There can be confusion over what is meant by no-self in various meditative traditions. It’s not the claim that people are illusions, or that you can’t say anything about the psychological or biological continuity of a person. It’s not mysterious that we wake up today as ourselves and not someone else. These are not the puzzles being addressed.
The core insight, the illusion that is cut through, conceptually and experientially, is our apparent normal default condition of feeling like there is a subject in the center of experience. Most people don’t merely feel identical to experience, they feel like they are having an experience, they feel like they are appropriating their experience from some point - very likely in their heads - the witness, the thinker of thoughts, the willer of will, the guy in the boat who has free will, who can decide what to think and do next. That’s the default state for almost everybody, and commonplace as it is, it is a peculiar point of view. It doesn’t make a lot of sense, particularly biological sense. It’s not the same thing as feeling identical to our bodies, because we usually don’t feel identical to our bodies, we feel like we are subjects who have bodies, there is a kind of Cartesian dualism that is intuitive. People are ‘common sense dualists.’ As a matter of experience there is this feeling that “I am a subject behind my face.” “I” have a body, am a subject who is thinking, internal to the body, has a body. It is the final representation of the subject that is the illusion.
To put this in neurological terms, let’s just say for the sake of argument at all of this is just neurophysiological events in the brain delivering these representations. It is plausible that any one of these processes can be interrupted, so that you can cease to faithfully or coherently represent a world. You can suddenly go blind, may not be able to name living things but still be able to name tools, suddenly not be able to perceive motion or location, those things can break apart. All kinds of things can be disrupted for the worse certainly. But what these contemplative traditions have recognized is that certain things can be disrupted or brought to a halt for the better. The thing that can interrupt the usual cascade of mediocrity and suffering psychologically speaking is this representation of self as subject in the middle of experience.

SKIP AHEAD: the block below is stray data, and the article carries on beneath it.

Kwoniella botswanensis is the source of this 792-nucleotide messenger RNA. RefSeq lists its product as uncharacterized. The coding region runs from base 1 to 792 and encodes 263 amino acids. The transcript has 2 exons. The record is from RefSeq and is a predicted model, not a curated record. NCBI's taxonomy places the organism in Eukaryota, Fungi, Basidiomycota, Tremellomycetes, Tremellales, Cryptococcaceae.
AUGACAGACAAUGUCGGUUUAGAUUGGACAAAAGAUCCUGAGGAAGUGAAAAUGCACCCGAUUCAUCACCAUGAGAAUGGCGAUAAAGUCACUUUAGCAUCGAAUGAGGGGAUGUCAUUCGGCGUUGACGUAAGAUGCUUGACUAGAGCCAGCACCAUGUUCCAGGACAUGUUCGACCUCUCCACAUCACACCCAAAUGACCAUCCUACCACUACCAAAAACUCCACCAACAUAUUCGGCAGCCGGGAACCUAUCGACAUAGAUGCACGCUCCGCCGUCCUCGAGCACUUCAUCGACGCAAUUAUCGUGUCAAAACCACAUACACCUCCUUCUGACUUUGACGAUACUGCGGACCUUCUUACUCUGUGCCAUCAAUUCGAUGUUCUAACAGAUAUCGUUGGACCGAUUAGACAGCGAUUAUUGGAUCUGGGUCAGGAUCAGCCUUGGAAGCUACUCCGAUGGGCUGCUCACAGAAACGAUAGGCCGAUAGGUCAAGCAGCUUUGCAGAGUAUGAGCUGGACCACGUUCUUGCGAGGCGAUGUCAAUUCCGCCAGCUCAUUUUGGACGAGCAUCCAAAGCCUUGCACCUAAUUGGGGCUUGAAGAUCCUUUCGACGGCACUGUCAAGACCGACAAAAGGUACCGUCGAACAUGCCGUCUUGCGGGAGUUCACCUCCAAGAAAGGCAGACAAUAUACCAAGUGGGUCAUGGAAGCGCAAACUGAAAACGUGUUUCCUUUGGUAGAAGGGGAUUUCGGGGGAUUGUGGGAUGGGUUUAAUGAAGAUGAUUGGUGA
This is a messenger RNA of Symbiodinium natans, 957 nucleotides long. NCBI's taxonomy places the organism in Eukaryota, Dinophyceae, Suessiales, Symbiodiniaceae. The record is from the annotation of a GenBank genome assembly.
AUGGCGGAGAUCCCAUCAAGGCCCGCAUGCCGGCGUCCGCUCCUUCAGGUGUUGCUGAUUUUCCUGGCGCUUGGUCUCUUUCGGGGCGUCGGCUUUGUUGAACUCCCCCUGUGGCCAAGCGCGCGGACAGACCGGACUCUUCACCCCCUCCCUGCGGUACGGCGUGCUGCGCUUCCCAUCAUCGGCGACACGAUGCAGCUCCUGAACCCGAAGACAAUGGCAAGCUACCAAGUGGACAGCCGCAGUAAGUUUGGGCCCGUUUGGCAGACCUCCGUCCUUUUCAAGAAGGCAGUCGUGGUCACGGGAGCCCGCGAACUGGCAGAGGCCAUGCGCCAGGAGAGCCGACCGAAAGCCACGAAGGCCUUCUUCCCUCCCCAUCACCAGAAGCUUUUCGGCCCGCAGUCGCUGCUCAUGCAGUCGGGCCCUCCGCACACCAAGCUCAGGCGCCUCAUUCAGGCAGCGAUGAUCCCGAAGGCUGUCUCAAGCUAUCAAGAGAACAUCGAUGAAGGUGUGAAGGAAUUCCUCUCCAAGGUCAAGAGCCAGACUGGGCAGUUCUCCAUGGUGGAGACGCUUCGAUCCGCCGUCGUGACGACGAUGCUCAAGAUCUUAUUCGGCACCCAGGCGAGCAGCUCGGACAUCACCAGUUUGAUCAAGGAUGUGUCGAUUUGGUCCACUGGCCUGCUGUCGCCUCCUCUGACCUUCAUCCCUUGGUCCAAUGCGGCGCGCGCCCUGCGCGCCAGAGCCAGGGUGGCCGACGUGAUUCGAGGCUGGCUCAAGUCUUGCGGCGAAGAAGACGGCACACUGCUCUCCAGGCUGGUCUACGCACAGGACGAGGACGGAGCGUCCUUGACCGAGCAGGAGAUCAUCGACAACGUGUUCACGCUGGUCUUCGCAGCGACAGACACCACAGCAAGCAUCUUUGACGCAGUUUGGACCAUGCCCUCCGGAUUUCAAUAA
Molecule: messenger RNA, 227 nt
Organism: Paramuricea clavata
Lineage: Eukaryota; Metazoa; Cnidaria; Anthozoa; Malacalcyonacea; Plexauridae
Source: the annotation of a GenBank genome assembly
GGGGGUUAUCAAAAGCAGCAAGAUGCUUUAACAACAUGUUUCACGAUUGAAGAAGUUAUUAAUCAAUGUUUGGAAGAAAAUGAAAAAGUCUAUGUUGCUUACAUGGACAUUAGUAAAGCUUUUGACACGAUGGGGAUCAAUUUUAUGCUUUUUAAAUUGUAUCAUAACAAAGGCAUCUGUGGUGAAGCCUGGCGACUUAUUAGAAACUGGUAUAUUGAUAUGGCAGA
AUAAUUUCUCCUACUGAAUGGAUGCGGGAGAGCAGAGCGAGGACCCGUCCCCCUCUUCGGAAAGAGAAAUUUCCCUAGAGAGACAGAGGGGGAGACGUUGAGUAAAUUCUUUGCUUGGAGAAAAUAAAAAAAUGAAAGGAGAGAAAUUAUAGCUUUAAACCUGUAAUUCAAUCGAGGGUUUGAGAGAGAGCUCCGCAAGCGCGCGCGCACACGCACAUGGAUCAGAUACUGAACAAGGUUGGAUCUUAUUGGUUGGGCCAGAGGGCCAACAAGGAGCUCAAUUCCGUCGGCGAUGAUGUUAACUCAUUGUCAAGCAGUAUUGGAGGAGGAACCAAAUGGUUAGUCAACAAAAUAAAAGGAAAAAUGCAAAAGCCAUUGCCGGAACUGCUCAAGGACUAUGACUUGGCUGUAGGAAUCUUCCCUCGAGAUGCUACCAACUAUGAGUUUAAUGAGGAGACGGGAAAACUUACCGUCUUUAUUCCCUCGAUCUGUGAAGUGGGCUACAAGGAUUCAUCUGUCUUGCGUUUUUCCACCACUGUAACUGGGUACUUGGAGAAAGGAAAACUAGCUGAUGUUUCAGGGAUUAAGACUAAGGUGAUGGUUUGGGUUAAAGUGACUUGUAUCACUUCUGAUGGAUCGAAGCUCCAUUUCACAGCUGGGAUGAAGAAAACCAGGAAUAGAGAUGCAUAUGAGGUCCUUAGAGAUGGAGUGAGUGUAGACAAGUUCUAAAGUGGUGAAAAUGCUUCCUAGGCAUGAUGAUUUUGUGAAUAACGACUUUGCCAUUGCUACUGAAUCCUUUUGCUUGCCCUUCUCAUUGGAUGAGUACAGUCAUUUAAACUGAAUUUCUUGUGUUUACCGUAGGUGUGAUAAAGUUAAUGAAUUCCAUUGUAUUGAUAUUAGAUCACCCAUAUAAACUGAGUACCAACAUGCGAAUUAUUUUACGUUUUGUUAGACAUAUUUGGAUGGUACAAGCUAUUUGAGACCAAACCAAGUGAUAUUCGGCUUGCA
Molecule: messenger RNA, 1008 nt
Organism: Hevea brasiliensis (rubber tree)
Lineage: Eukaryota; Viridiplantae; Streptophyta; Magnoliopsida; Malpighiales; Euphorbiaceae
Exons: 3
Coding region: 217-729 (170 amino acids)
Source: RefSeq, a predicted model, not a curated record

You can cease to construct a subject that is internal to the body. What remains in that case is a sense that mind is much vaster than it was a moment ago, because it is no longer confined to the sense that there is this central thinker of thoughts. There is a recognition that thoughts arise all by themselves, just as sounds do, no one is authoring your thoughts - you certainly aren’t. The sense that you are is what it feels like to be identified with this next spontaneously arising thought.
So, you loose sense that you are on the edge of your life, looking over your own shoulder, appropriating experience and what you can feel very vividly here is a real unity. emptyness, non-duality of subjects and objects, such that there is really just experience. This is not a new way of thinking about yourself in the world, this is a ceasing to identify with thought. This is making no metaphysical claims about how this relates to matter or the universe.
As as matter of experience you can feel identical to experience itself. You are not standing on the river bank watching things go by, you are the river, and that solves a very wide class of problems, psychologically speaking, with respect to suffering. And, it does land one in a surprising kind of equanimity and even eudemonia (well being) that may seem counter intuitive in the midst of the cacophony of daily life. But again, it’s not about the negation of personhood, it is just a recognition that as a matter of experience there is just experience, and the feeling that there is an experiencer is yet more experience, so that if you just drop back… there is just everything in its own place.